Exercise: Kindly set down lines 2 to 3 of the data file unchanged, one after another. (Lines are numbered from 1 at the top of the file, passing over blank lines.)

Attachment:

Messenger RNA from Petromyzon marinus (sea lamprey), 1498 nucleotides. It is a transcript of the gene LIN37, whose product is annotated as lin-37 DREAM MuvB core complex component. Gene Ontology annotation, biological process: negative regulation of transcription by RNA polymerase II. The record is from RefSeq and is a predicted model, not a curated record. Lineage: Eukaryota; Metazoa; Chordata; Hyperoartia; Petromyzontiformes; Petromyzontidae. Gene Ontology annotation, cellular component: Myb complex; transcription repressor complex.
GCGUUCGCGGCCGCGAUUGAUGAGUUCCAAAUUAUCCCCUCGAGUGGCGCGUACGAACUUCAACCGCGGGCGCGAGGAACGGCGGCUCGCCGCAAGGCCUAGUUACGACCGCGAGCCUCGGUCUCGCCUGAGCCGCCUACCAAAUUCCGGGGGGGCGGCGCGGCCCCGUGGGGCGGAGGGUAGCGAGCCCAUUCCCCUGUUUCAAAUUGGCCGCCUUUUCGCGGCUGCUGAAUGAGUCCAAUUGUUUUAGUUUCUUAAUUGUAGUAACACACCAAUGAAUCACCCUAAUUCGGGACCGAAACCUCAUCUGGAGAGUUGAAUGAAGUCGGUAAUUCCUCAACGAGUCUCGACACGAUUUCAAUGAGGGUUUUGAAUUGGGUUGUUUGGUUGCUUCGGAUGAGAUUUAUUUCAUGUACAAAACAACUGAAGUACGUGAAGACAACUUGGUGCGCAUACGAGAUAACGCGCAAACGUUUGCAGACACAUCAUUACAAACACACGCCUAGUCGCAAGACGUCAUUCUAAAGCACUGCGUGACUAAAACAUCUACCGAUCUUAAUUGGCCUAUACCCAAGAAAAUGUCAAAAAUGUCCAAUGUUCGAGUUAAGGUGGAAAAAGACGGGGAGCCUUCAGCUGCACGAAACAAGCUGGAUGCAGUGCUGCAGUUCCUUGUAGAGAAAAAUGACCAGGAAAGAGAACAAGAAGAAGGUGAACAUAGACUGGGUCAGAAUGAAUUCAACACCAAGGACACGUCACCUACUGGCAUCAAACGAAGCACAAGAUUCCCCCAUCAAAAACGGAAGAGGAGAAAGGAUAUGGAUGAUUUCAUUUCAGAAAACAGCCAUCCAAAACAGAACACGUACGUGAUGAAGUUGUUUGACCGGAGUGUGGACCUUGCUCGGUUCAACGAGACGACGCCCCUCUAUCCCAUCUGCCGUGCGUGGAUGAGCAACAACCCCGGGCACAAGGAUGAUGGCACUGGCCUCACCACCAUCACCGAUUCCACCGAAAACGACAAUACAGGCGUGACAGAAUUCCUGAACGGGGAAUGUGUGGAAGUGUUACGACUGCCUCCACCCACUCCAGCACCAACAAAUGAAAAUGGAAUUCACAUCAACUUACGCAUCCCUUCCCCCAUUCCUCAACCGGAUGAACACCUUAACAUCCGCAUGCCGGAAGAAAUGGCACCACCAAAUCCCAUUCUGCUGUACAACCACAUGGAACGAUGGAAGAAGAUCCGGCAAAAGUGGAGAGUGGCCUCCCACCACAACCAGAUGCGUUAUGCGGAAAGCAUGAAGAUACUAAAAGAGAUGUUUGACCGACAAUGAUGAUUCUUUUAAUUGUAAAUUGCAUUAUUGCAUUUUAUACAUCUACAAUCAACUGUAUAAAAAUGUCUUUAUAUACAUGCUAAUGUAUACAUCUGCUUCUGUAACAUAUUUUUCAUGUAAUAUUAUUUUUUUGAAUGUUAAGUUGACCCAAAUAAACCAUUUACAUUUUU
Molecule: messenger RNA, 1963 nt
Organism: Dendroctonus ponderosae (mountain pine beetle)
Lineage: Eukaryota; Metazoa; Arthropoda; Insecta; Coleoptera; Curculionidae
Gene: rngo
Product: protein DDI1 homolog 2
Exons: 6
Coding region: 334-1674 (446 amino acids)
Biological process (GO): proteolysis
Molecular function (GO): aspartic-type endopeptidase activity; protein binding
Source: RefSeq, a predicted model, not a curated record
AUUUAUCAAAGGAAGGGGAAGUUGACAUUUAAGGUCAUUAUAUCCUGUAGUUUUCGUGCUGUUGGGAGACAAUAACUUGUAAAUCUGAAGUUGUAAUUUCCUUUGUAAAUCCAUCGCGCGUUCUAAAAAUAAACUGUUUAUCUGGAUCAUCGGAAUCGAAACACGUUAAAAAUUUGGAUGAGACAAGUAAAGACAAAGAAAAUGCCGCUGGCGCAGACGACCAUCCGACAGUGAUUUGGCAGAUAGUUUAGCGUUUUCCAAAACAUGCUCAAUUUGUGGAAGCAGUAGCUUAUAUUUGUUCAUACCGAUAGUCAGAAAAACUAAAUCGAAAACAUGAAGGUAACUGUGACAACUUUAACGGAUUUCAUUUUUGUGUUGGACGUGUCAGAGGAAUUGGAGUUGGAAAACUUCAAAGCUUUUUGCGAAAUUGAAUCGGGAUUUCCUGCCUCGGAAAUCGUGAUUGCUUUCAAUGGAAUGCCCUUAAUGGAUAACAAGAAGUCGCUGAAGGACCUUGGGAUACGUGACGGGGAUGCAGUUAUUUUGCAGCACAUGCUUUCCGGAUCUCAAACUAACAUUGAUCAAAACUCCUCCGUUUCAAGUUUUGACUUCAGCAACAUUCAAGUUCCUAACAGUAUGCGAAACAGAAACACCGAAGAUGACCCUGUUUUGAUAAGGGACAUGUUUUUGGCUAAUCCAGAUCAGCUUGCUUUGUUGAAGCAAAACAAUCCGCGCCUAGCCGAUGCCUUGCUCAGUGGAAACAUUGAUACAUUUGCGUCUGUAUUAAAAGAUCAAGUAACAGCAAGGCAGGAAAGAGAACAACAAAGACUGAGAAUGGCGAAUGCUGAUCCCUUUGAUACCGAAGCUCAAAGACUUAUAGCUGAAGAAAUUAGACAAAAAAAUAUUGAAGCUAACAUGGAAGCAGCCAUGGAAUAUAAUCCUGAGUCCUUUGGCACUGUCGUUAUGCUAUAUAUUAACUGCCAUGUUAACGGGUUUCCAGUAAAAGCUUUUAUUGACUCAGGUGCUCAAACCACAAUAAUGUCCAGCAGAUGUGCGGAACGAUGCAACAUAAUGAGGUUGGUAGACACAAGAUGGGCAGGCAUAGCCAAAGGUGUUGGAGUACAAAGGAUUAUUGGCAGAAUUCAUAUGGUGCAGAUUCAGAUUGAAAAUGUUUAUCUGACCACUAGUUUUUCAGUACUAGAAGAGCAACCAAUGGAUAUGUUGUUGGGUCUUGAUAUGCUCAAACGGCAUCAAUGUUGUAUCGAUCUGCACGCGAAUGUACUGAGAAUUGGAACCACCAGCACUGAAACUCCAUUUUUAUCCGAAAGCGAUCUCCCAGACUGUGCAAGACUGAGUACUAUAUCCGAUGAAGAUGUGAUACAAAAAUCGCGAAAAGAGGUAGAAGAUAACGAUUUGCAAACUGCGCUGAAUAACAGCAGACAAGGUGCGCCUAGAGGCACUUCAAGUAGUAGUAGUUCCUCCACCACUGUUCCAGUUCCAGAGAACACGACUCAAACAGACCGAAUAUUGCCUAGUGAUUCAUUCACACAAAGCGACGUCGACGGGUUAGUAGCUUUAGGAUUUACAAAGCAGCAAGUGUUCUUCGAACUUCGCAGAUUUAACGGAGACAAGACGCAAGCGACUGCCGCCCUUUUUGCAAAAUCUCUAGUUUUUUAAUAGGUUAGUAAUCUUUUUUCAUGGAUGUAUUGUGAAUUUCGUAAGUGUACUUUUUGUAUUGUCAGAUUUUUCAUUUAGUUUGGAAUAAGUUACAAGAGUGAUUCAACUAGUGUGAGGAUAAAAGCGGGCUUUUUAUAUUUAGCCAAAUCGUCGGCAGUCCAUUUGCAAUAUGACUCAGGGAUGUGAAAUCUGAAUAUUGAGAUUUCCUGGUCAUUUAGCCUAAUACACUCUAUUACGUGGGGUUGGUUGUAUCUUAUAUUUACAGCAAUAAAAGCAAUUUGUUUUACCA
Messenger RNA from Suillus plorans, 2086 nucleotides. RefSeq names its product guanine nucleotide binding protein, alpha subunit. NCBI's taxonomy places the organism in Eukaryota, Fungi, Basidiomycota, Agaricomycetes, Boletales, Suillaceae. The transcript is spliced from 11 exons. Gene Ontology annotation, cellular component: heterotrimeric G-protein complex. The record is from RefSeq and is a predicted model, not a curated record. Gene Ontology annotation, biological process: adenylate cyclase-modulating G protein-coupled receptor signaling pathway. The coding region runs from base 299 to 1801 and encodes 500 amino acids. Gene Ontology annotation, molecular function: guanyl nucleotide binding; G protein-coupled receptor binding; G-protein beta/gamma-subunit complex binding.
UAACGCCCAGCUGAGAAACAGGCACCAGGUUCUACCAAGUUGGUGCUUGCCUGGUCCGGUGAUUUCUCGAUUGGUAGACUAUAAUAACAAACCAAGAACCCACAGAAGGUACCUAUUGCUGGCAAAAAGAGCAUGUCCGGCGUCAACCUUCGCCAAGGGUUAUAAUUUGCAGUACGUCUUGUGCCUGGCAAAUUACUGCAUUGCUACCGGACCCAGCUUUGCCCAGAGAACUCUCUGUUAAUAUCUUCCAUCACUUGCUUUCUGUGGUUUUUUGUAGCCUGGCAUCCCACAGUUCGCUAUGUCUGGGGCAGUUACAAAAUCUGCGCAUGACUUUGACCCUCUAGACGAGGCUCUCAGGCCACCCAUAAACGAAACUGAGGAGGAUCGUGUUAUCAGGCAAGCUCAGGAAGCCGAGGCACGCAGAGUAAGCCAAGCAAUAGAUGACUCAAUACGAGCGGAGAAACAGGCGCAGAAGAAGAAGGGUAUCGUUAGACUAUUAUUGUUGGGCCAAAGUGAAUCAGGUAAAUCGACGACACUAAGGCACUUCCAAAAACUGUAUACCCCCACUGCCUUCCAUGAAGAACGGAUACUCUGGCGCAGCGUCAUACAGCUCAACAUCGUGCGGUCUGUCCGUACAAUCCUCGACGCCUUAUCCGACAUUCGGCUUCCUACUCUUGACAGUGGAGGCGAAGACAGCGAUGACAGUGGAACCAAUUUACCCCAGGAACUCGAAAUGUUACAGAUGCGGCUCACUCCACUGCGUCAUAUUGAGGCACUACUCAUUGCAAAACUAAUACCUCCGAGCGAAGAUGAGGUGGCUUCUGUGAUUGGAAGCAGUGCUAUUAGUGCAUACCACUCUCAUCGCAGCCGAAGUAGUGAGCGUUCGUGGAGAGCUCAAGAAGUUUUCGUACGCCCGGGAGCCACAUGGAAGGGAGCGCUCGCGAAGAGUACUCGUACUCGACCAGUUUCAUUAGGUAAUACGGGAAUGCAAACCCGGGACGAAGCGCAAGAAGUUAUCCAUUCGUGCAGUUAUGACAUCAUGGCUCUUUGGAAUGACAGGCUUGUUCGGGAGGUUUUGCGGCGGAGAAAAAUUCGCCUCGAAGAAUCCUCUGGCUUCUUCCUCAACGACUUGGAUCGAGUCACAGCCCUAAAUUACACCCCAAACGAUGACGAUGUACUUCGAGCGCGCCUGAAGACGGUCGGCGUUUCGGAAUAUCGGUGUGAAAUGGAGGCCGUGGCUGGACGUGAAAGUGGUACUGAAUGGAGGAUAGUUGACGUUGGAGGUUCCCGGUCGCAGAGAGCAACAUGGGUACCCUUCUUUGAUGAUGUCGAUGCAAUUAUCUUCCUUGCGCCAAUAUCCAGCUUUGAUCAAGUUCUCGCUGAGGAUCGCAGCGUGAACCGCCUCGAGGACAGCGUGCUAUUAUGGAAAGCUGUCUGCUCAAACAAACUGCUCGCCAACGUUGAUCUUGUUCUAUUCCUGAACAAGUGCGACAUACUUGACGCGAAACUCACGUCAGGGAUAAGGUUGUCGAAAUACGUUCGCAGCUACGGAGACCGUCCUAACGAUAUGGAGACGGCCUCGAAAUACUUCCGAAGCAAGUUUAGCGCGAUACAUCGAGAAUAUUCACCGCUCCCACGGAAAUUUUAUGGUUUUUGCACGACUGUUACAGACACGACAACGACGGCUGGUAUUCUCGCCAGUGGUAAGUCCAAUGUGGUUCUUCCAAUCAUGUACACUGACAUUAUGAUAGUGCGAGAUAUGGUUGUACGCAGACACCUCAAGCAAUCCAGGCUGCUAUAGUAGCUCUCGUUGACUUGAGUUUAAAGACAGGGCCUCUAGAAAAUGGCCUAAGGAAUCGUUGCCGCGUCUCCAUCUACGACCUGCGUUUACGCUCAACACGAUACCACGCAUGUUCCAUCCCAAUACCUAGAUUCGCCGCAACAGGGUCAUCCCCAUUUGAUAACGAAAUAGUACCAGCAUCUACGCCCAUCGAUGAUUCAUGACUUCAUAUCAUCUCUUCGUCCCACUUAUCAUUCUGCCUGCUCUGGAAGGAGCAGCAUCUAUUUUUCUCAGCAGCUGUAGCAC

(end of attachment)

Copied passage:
GCGUUCGCGGCCGCGAUUGAUGAGUUCCAAAUUAUCCCCUCGAGUGGCGCGUACGAACUUCAACCGCGGGCGCGAGGAACGGCGGCUCGCCGCAAGGCCUAGUUACGACCGCGAGCCUCGGUCUCGCCUGAGCCGCCUACCAAAUUCCGGGGGGGCGGCGCGGCCCCGUGGGGCGGAGGGUAGCGAGCCCAUUCCCCUGUUUCAAAUUGGCCGCCUUUUCGCGGCUGCUGAAUGAGUCCAAUUGUUUUAGUUUCUUAAUUGUAGUAACACACCAAUGAAUCACCCUAAUUCGGGACCGAAACCUCAUCUGGAGAGUUGAAUGAAGUCGGUAAUUCCUCAACGAGUCUCGACACGAUUUCAAUGAGGGUUUUGAAUUGGGUUGUUUGGUUGCUUCGGAUGAGAUUUAUUUCAUGUACAAAACAACUGAAGUACGUGAAGACAACUUGGUGCGCAUACGAGAUAACGCGCAAACGUUUGCAGACACAUCAUUACAAACACACGCCUAGUCGCAAGACGUCAUUCUAAAGCACUGCGUGACUAAAACAUCUACCGAUCUUAAUUGGCCUAUACCCAAGAAAAUGUCAAAAAUGUCCAAUGUUCGAGUUAAGGUGGAAAAAGACGGGGAGCCUUCAGCUGCACGAAACAAGCUGGAUGCAGUGCUGCAGUUCCUUGUAGAGAAAAAUGACCAGGAAAGAGAACAAGAAGAAGGUGAACAUAGACUGGGUCAGAAUGAAUUCAACACCAAGGACACGUCACCUACUGGCAUCAAACGAAGCACAAGAUUCCCCCAUCAAAAACGGAAGAGGAGAAAGGAUAUGGAUGAUUUCAUUUCAGAAAACAGCCAUCCAAAACAGAACACGUACGUGAUGAAGUUGUUUGACCGGAGUGUGGACCUUGCUCGGUUCAACGAGACGACGCCCCUCUAUCCCAUCUGCCGUGCGUGGAUGAGCAACAACCCCGGGCACAAGGAUGAUGGCACUGGCCUCACCACCAUCACCGAUUCCACCGAAAACGACAAUACAGGCGUGACAGAAUUCCUGAACGGGGAAUGUGUGGAAGUGUUACGACUGCCUCCACCCACUCCAGCACCAACAAAUGAAAAUGGAAUUCACAUCAACUUACGCAUCCCUUCCCCCAUUCCUCAACCGGAUGAACACCUUAACAUCCGCAUGCCGGAAGAAAUGGCACCACCAAAUCCCAUUCUGCUGUACAACCACAUGGAACGAUGGAAGAAGAUCCGGCAAAAGUGGAGAGUGGCCUCCCACCACAACCAGAUGCGUUAUGCGGAAAGCAUGAAGAUACUAAAAGAGAUGUUUGACCGACAAUGAUGAUUCUUUUAAUUGUAAAUUGCAUUAUUGCAUUUUAUACAUCUACAAUCAACUGUAUAAAAAUGUCUUUAUAUACAUGCUAAUGUAUACAUCUGCUUCUGUAACAUAUUUUUCAUGUAAUAUUAUUUUUUUGAAUGUUAAGUUGACCCAAAUAAACCAUUUACAUUUUU
Molecule: messenger RNA, 1963 nt